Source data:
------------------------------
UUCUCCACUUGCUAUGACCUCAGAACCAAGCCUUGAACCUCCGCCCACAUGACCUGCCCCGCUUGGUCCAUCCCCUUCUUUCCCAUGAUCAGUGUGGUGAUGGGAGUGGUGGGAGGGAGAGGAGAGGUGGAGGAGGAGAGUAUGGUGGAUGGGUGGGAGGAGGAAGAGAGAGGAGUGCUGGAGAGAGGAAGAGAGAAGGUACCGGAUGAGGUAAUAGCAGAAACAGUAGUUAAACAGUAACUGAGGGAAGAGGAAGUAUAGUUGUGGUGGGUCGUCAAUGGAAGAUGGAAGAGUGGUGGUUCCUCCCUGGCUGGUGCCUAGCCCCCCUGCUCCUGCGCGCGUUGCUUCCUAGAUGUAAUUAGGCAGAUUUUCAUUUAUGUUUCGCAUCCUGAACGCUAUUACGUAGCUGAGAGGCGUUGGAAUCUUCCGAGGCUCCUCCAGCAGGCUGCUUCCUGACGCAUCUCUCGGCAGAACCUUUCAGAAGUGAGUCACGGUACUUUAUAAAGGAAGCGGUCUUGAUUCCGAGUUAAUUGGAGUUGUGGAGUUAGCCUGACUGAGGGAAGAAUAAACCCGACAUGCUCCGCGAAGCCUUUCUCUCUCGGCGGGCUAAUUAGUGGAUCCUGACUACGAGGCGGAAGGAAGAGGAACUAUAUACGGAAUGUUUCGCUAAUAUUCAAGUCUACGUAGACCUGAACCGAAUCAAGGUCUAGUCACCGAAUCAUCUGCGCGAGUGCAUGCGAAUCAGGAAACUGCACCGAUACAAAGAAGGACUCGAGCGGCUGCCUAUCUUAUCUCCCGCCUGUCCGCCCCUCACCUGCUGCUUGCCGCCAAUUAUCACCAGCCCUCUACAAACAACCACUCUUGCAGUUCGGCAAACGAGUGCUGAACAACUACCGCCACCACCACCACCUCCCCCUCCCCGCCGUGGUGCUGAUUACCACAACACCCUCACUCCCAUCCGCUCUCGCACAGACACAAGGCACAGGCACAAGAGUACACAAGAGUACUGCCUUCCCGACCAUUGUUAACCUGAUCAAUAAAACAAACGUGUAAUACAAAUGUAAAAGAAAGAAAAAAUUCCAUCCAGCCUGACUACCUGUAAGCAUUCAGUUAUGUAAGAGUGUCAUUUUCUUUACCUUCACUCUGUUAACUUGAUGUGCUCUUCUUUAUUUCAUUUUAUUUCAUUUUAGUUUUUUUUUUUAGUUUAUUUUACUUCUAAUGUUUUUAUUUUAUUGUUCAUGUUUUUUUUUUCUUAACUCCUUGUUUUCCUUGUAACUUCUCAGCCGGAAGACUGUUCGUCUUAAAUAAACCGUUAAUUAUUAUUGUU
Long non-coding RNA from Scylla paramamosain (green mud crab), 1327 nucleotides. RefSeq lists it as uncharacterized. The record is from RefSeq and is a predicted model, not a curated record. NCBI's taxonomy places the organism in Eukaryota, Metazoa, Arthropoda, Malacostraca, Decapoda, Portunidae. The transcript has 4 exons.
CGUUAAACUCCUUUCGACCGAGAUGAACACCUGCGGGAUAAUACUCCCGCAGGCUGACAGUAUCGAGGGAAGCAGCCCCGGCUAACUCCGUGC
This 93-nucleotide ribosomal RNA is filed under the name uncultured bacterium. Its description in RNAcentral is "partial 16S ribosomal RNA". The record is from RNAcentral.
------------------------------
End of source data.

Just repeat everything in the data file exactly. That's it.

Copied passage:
UUCUCCACUUGCUAUGACCUCAGAACCAAGCCUUGAACCUCCGCCCACAUGACCUGCCCCGCUUGGUCCAUCCCCUUCUUUCCCAUGAUCAGUGUGGUGAUGGGAGUGGUGGGAGGGAGAGGAGAGGUGGAGGAGGAGAGUAUGGUGGAUGGGUGGGAGGAGGAAGAGAGAGGAGUGCUGGAGAGAGGAAGAGAGAAGGUACCGGAUGAGGUAAUAGCAGAAACAGUAGUUAAACAGUAACUGAGGGAAGAGGAAGUAUAGUUGUGGUGGGUCGUCAAUGGAAGAUGGAAGAGUGGUGGUUCCUCCCUGGCUGGUGCCUAGCCCCCCUGCUCCUGCGCGCGUUGCUUCCUAGAUGUAAUUAGGCAGAUUUUCAUUUAUGUUUCGCAUCCUGAACGCUAUUACGUAGCUGAGAGGCGUUGGAAUCUUCCGAGGCUCCUCCAGCAGGCUGCUUCCUGACGCAUCUCUCGGCAGAACCUUUCAGAAGUGAGUCACGGUACUUUAUAAAGGAAGCGGUCUUGAUUCCGAGUUAAUUGGAGUUGUGGAGUUAGCCUGACUGAGGGAAGAAUAAACCCGACAUGCUCCGCGAAGCCUUUCUCUCUCGGCGGGCUAAUUAGUGGAUCCUGACUACGAGGCGGAAGGAAGAGGAACUAUAUACGGAAUGUUUCGCUAAUAUUCAAGUCUACGUAGACCUGAACCGAAUCAAGGUCUAGUCACCGAAUCAUCUGCGCGAGUGCAUGCGAAUCAGGAAACUGCACCGAUACAAAGAAGGACUCGAGCGGCUGCCUAUCUUAUCUCCCGCCUGUCCGCCCCUCACCUGCUGCUUGCCGCCAAUUAUCACCAGCCCUCUACAAACAACCACUCUUGCAGUUCGGCAAACGAGUGCUGAACAACUACCGCCACCACCACCACCUCCCCCUCCCCGCCGUGGUGCUGAUUACCACAACACCCUCACUCCCAUCCGCUCUCGCACAGACACAAGGCACAGGCACAAGAGUACACAAGAGUACUGCCUUCCCGACCAUUGUUAACCUGAUCAAUAAAACAAACGUGUAAUACAAAUGUAAAAGAAAGAAAAAAUUCCAUCCAGCCUGACUACCUGUAAGCAUUCAGUUAUGUAAGAGUGUCAUUUUCUUUACCUUCACUCUGUUAACUUGAUGUGCUCUUCUUUAUUUCAUUUUAUUUCAUUUUAGUUUUUUUUUUUAGUUUAUUUUACUUCUAAUGUUUUUAUUUUAUUGUUCAUGUUUUUUUUUUCUUAACUCCUUGUUUUCCUUGUAACUUCUCAGCCGGAAGACUGUUCGUCUUAAAUAAACCGUUAAUUAUUAUUGUU
Long non-coding RNA from Scylla paramamosain (green mud crab), 1327 nucleotides. RefSeq lists it as uncharacterized. The record is from RefSeq and is a predicted model, not a curated record. NCBI's taxonomy places the organism in Eukaryota, Metazoa, Arthropoda, Malacostraca, Decapoda, Portunidae. The transcript has 4 exons.
CGUUAAACUCCUUUCGACCGAGAUGAACACCUGCGGGAUAAUACUCCCGCAGGCUGACAGUAUCGAGGGAAGCAGCCCCGGCUAACUCCGUGC
This 93-nucleotide ribosomal RNA is filed under the name uncultured bacterium. Its description in RNAcentral is "partial 16S ribosomal RNA". The record is from RNAcentral.